American Family Children's Hospital

UW Hospital Pioneers Advanced Gynecological Surgery Technique

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Gynecologic Cancer

A single one-inch incision in the belly button is now all that it takes not only to do a complex surgical procedure but also to stage the cancer, a combination that used to be far more invasive.


Ahmed Al-Niaimi, MD, gynecologic oncology surgeon and assistant professor at University of Wisconsin School of Medicine and Public Health, recently began treating uterine cancer patients using a "single-port laparoscopic" procedure.


UW Hospital and Clinics is one of a few hospitals in the U.S. to perform this type of operation, which minimizes unsightly abdominal scars for patients, and may reduce pain and infections.


According to Dr. Al-Niaimi, use of single-port procedures began three years ago for simple operations such as removal of the ovaries and uterus during hysterectomies.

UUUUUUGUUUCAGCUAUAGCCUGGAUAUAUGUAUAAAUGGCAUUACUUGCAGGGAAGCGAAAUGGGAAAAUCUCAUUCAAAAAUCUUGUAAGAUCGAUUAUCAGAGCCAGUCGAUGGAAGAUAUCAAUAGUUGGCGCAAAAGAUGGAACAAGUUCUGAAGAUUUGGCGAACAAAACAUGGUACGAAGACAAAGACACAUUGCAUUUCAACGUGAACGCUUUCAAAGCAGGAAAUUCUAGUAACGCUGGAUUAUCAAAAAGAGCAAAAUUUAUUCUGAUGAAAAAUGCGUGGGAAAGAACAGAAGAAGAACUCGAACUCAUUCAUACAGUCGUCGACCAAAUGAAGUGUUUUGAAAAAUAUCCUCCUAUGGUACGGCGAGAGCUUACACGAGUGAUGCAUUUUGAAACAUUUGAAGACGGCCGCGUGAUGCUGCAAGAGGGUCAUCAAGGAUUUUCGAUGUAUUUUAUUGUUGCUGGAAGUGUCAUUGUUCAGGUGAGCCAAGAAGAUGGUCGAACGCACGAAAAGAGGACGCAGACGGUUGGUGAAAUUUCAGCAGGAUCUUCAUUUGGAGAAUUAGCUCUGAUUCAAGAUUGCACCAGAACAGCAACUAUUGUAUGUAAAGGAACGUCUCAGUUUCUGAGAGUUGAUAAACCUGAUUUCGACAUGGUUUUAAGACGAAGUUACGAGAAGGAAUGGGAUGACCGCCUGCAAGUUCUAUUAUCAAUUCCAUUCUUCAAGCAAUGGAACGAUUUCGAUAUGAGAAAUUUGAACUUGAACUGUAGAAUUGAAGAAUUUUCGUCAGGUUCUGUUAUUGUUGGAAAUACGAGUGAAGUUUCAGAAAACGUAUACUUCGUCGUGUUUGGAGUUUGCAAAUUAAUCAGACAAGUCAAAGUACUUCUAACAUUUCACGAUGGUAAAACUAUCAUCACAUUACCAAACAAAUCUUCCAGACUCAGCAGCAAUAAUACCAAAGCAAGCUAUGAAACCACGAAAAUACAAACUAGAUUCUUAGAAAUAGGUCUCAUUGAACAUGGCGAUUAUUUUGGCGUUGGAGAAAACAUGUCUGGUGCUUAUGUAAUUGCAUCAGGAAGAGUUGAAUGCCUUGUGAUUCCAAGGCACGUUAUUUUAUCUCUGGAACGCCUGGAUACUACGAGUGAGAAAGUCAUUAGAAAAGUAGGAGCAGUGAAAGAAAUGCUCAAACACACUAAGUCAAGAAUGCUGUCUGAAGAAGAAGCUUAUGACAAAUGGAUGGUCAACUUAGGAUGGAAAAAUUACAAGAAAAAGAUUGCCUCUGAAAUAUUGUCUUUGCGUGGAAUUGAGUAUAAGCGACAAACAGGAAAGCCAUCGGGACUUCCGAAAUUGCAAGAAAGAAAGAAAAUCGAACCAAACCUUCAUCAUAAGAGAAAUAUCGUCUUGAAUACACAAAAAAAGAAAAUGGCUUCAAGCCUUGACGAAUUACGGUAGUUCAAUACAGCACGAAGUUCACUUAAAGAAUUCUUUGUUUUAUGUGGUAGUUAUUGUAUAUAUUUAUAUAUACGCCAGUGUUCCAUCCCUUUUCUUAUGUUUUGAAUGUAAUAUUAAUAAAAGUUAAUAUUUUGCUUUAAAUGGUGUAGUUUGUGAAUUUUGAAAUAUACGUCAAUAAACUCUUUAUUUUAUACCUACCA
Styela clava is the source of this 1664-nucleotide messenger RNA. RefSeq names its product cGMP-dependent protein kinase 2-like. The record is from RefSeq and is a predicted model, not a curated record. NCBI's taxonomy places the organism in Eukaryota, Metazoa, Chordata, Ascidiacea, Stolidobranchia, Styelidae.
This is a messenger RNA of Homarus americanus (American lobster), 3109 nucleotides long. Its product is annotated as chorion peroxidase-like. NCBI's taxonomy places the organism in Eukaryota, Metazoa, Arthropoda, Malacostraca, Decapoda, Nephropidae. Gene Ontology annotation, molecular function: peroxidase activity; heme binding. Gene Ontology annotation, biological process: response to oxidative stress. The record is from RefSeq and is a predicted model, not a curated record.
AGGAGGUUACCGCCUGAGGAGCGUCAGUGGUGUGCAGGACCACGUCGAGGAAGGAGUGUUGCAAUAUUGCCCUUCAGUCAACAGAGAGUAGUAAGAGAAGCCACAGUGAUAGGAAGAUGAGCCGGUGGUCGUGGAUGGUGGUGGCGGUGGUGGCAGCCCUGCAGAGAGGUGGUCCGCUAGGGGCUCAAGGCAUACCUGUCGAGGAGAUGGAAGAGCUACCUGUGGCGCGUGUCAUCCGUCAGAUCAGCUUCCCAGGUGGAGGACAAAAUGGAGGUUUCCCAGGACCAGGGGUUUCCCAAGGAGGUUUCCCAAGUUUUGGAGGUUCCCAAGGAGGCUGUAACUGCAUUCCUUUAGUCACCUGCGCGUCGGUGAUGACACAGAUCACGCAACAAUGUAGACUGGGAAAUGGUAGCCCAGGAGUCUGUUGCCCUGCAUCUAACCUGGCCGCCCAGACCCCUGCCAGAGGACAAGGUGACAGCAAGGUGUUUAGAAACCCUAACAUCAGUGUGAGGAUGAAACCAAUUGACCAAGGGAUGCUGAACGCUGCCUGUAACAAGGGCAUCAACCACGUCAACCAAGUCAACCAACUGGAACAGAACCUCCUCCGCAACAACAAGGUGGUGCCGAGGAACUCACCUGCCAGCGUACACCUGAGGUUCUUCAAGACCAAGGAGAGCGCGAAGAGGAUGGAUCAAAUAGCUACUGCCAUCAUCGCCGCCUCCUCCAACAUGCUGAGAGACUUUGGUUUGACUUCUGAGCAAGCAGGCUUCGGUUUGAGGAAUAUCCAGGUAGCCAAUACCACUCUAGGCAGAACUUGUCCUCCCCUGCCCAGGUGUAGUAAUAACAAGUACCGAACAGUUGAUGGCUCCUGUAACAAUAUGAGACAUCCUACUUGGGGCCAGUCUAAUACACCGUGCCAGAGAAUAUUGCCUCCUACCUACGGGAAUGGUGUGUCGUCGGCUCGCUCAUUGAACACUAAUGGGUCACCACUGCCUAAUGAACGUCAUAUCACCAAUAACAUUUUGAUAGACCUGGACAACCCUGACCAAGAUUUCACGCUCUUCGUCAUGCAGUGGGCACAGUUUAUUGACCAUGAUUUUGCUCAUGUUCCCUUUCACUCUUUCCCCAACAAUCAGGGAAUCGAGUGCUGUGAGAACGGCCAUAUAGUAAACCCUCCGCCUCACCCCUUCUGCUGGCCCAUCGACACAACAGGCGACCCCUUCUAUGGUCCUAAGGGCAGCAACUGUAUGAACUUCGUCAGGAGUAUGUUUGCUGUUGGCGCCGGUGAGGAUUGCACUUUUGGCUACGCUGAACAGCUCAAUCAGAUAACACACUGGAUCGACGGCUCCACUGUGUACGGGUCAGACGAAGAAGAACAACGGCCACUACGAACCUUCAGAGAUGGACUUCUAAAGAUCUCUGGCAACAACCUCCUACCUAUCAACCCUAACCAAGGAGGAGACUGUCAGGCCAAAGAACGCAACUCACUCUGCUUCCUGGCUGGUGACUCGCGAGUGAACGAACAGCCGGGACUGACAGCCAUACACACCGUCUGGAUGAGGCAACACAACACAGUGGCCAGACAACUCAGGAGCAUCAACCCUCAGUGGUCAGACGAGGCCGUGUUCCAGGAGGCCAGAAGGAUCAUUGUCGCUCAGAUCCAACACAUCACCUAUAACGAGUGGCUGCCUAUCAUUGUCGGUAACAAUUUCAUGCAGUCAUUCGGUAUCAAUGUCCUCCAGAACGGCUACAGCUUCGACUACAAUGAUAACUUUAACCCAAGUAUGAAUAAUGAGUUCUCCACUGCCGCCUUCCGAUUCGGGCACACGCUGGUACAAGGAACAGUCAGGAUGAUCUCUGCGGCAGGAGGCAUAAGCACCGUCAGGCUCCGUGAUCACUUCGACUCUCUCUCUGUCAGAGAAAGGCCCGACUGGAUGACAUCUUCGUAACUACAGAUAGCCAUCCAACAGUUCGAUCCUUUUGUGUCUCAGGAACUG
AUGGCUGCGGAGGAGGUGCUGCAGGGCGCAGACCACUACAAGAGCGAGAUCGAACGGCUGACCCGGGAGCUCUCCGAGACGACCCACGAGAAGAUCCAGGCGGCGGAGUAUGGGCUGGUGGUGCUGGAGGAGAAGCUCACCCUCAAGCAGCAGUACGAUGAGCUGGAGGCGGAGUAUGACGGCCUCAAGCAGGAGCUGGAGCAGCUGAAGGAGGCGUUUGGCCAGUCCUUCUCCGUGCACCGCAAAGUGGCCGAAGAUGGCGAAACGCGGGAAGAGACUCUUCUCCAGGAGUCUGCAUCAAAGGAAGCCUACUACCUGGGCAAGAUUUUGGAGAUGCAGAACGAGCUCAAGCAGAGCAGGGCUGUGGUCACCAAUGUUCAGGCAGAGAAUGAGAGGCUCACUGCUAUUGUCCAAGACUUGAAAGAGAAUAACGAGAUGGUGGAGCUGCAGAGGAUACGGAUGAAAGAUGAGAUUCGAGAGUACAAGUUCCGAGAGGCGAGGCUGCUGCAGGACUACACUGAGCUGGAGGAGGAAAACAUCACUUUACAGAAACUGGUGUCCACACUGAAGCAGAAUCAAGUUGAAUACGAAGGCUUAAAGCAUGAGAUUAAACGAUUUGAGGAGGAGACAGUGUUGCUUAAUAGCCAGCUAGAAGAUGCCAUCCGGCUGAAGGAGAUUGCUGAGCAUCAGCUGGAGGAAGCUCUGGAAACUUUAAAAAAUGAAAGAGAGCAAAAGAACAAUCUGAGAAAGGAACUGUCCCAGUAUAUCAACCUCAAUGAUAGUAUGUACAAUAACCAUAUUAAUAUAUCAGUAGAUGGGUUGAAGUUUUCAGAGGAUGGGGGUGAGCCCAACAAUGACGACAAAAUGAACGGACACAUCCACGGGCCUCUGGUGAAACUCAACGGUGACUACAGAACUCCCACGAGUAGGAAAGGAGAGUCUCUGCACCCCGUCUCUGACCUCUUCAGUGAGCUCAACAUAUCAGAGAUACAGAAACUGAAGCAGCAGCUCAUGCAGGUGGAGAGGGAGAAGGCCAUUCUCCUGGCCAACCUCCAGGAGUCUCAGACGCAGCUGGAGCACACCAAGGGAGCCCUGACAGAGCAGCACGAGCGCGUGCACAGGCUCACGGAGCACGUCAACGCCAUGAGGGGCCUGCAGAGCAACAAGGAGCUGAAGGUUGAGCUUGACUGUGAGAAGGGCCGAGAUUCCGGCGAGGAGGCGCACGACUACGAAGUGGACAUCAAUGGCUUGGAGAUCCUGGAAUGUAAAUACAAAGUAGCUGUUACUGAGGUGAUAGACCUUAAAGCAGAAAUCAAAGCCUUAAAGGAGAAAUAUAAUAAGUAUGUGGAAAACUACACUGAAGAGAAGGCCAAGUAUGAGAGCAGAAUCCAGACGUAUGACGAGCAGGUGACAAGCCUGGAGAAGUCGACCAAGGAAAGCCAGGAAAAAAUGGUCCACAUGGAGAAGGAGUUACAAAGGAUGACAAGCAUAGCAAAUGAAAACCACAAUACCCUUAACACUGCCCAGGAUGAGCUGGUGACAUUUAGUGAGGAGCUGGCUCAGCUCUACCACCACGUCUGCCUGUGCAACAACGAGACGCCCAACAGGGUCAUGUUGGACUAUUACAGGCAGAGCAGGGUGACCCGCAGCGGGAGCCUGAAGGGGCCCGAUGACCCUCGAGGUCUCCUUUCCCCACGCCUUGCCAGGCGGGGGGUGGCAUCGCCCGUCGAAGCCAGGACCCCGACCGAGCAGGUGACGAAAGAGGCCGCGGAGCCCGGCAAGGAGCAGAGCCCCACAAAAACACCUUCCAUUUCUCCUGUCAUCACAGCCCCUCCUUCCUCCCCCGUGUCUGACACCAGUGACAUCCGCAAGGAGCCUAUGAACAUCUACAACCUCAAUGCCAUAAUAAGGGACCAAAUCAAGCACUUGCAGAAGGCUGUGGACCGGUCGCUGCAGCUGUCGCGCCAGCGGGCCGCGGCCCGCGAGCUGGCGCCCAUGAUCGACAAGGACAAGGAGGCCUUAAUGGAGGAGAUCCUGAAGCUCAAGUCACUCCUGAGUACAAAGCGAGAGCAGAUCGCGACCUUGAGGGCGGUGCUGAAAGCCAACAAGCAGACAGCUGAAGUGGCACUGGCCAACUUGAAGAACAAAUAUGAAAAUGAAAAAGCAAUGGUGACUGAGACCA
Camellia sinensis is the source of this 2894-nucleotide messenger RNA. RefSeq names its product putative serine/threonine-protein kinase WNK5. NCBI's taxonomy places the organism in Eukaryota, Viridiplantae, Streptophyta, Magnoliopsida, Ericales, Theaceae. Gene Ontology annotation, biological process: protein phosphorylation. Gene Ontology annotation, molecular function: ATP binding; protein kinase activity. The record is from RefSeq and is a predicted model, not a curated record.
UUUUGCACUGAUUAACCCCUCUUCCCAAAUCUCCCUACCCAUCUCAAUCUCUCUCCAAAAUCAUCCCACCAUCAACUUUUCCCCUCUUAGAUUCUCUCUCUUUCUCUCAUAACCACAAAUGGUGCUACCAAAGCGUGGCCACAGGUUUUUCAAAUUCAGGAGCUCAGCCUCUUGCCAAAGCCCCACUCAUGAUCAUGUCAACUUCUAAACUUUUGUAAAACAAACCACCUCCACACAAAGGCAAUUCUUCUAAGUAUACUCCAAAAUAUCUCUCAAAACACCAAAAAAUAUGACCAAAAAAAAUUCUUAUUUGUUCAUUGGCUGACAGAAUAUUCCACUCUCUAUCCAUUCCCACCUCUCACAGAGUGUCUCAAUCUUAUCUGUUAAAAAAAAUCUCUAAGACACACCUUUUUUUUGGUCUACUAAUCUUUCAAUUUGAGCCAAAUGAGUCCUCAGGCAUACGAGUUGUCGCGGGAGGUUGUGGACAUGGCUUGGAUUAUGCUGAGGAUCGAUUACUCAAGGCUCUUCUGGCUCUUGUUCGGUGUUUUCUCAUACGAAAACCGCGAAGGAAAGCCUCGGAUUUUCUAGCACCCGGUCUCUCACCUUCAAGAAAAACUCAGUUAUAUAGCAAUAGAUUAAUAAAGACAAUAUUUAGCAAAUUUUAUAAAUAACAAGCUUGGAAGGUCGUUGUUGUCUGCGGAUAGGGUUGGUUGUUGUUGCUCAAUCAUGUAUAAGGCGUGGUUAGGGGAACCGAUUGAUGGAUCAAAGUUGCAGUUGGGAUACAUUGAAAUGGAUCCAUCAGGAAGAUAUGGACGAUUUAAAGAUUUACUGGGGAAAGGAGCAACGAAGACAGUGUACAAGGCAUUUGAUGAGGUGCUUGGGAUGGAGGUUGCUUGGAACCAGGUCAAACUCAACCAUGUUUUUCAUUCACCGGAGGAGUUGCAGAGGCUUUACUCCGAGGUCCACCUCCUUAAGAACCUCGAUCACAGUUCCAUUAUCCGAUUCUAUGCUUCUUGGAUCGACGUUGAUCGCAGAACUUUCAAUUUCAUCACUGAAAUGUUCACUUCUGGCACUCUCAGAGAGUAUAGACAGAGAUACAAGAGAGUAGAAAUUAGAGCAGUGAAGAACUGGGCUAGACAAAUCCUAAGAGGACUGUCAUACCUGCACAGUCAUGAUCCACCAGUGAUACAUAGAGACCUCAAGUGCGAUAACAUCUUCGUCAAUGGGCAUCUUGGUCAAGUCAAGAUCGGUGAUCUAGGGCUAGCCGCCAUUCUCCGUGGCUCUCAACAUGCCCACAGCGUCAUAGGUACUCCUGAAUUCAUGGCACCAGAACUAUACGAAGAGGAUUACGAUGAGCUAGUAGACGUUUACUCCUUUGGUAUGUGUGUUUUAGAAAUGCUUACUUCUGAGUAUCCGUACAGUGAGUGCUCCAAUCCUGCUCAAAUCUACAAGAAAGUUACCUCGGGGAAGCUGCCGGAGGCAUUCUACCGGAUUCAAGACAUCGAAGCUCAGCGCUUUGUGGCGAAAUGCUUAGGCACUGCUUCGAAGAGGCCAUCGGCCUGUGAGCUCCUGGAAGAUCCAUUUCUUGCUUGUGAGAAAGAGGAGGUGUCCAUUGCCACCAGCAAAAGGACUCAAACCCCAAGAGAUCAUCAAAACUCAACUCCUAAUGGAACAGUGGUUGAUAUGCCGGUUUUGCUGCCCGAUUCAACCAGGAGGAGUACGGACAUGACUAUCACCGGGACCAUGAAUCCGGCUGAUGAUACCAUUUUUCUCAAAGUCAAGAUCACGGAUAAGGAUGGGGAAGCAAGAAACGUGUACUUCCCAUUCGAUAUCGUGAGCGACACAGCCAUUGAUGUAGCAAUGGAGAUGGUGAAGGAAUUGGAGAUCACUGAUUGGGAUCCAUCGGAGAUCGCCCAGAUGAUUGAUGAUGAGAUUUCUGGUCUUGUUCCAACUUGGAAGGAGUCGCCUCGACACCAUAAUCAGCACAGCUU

"This is the first time we have used a single port for a complex, comprehensive surgical staging of cancer," he said. "It may not only involve removing the uterus, but also lymph nodes around the pelvis, bladder, aorta and other areas."


Dr. Al-Niaimi said pathologists analyze the removed organs to determine how much the cancer may have spread beyond the uterus.


"When we started doing the procedure, we were skeptical," he says. "We thought we should try a single port, but obviously patient safety comes first. However, right from the beginning, we were successful. Other doctors are still amazed and surprised we do this operation through a single port."


More than 65 women have had the procedure since it was introduced last fall. Most were able to leave the hospital the next day and return to normal activity in two to three weeks. Dr. Al-Niaimi said the recovery time for single port surgery is no different than using multiple ports. However, the operation results in an single scar and a superior outcome. One scar could also mean less pain and infection risk for patients.


"The technology also means less need for blood transfusions and lower cost to the hospital and the national health care system," he said. "There is nothing magical about the outcome. The magic is that we have done this complex surgery through one port and it does not compromise patient care."